Physics Room Window by artist Janet Boulton

THIS week’s object is a view familiar to anyone who has endured a long afternoon at school gazing out of the window and wishing they were anywhere else other than the classroom they were currently trapped in.

Artist and former teacher Janet Boulton has had her work shown all over the world and some of it features the very views that many of her young charges would have spent so long wistfully staring at while waiting for the bell to ring that would release them from captivity.

Boulton was born on a farm in Blunsdon in 1936 and attended St Catherine’s School for Girls in Bath Road from 1945 to 1953. It was while she was there as a 13 year old that boredom at school drove her to try drawing. A satisfying picture of a flower lit the spark of creativity in her and from that moment her course was set.

She studied at Swindon’s Intermediate School of Art for two years and then went to Camberwell’s famous School of Painting, which features designer Jeff Banks, illustrator Quentin Blake, director Mike Leigh and actor Tim Roth among its alumni.

It was here that Boulton began to develop her style and she was firmly set upon a career as an artist.

But it was difficult to become established and she was persuaded to teach part-time at the school then known as Hreod Burna (now Nova Hreod Academy) as well as at Commonweal and Swindon College.

Teaching allowed her time for her art and it also provided some inspiration. She captured the views from various windows at Hreod in watercolour. The school opened in 1966 and the vista to be seen from its windows has long since altered or vanished so her paintings are also a snapshot of a moment in time.

The painting featured here is called Physics Room Window and was created in 1974. Typically, it features an attractive landscape of trees and bushes but it is kept just out of reach by the drab, utilitarian blinds that cut the viewer off from it, like bars on a prison window.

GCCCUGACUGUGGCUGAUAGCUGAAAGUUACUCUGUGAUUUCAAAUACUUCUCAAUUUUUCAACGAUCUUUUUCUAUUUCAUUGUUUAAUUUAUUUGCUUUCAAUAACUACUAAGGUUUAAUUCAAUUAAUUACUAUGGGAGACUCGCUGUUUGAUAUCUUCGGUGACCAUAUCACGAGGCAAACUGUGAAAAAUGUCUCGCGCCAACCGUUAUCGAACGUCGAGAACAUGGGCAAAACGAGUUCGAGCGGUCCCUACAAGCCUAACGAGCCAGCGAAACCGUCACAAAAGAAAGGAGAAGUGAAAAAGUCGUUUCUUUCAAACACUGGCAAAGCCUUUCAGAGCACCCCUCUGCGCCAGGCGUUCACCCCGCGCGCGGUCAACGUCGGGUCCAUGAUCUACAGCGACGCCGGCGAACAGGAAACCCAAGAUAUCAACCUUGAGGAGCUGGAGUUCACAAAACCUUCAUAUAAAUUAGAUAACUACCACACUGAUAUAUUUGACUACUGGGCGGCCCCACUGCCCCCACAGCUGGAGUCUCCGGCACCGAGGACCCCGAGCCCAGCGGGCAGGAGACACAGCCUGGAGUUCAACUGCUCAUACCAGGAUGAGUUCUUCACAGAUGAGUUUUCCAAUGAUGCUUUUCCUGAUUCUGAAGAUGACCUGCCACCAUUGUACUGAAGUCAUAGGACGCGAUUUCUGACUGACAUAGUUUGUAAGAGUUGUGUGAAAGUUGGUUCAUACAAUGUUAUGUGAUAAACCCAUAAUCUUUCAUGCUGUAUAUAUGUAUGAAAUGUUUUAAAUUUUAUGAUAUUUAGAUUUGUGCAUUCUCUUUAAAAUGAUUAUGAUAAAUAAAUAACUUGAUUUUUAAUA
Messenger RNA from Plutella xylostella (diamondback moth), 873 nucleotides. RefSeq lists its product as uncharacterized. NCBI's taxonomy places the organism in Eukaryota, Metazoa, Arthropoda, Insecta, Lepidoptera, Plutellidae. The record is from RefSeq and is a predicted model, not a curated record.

The paintings formed part of a solo exhibition, called Windows and Reflections, at Swindon Art Museum and Gallery in 1977. That same year she moved to her home in Abingdon where she created a studio.

Her new base was the springboard for her career and her reputation to extend across the world. She became known for her ability to capture the delicate beauty of nature in her gentle, almost dreamlike visions of plants and everyday objects.

Later she began to experiment with paper relief work. Using colours and textures to bring her works to life.

That appreciation of natural beauty also manifested itself in a love of gardens. Her fascination with harnessing nature’s wonder within a carefully constructed garden led her to becoming an artist in residence at Ian Hamilton Finlay’s world-renowned Little Sparta garden and retreat near Edinburgh.

She returned further inspired and created her own stunning garden in Abingdon.

Boulton’s work can be seen once again in Swindon after a break of 40 years. She is the subject of an exhibition at Swindon Museum and Gallery until January 20. The exhibition, called A Seeming Diversity, features her watercolours and pulpwork. This painting was acquired in 2017 by Swindon Museum and Art Gallery, through the Creative Wiltshire project. This is an ongoing scheme to help Wiltshire museums acquire work by Wiltshire artists and creatives which is generously supported by the Heritage Lottery Fund.

It is a fitting celebration of a creative life that shows no sign of slowing down. It should also be an inspiration to any child who finds themselves staring out of a classroom window.

n You can find out more about Swindon’s story at the Swindon Museum and Art Gallery. It is open from Tuesday to Saturday from 10am to 5pm.

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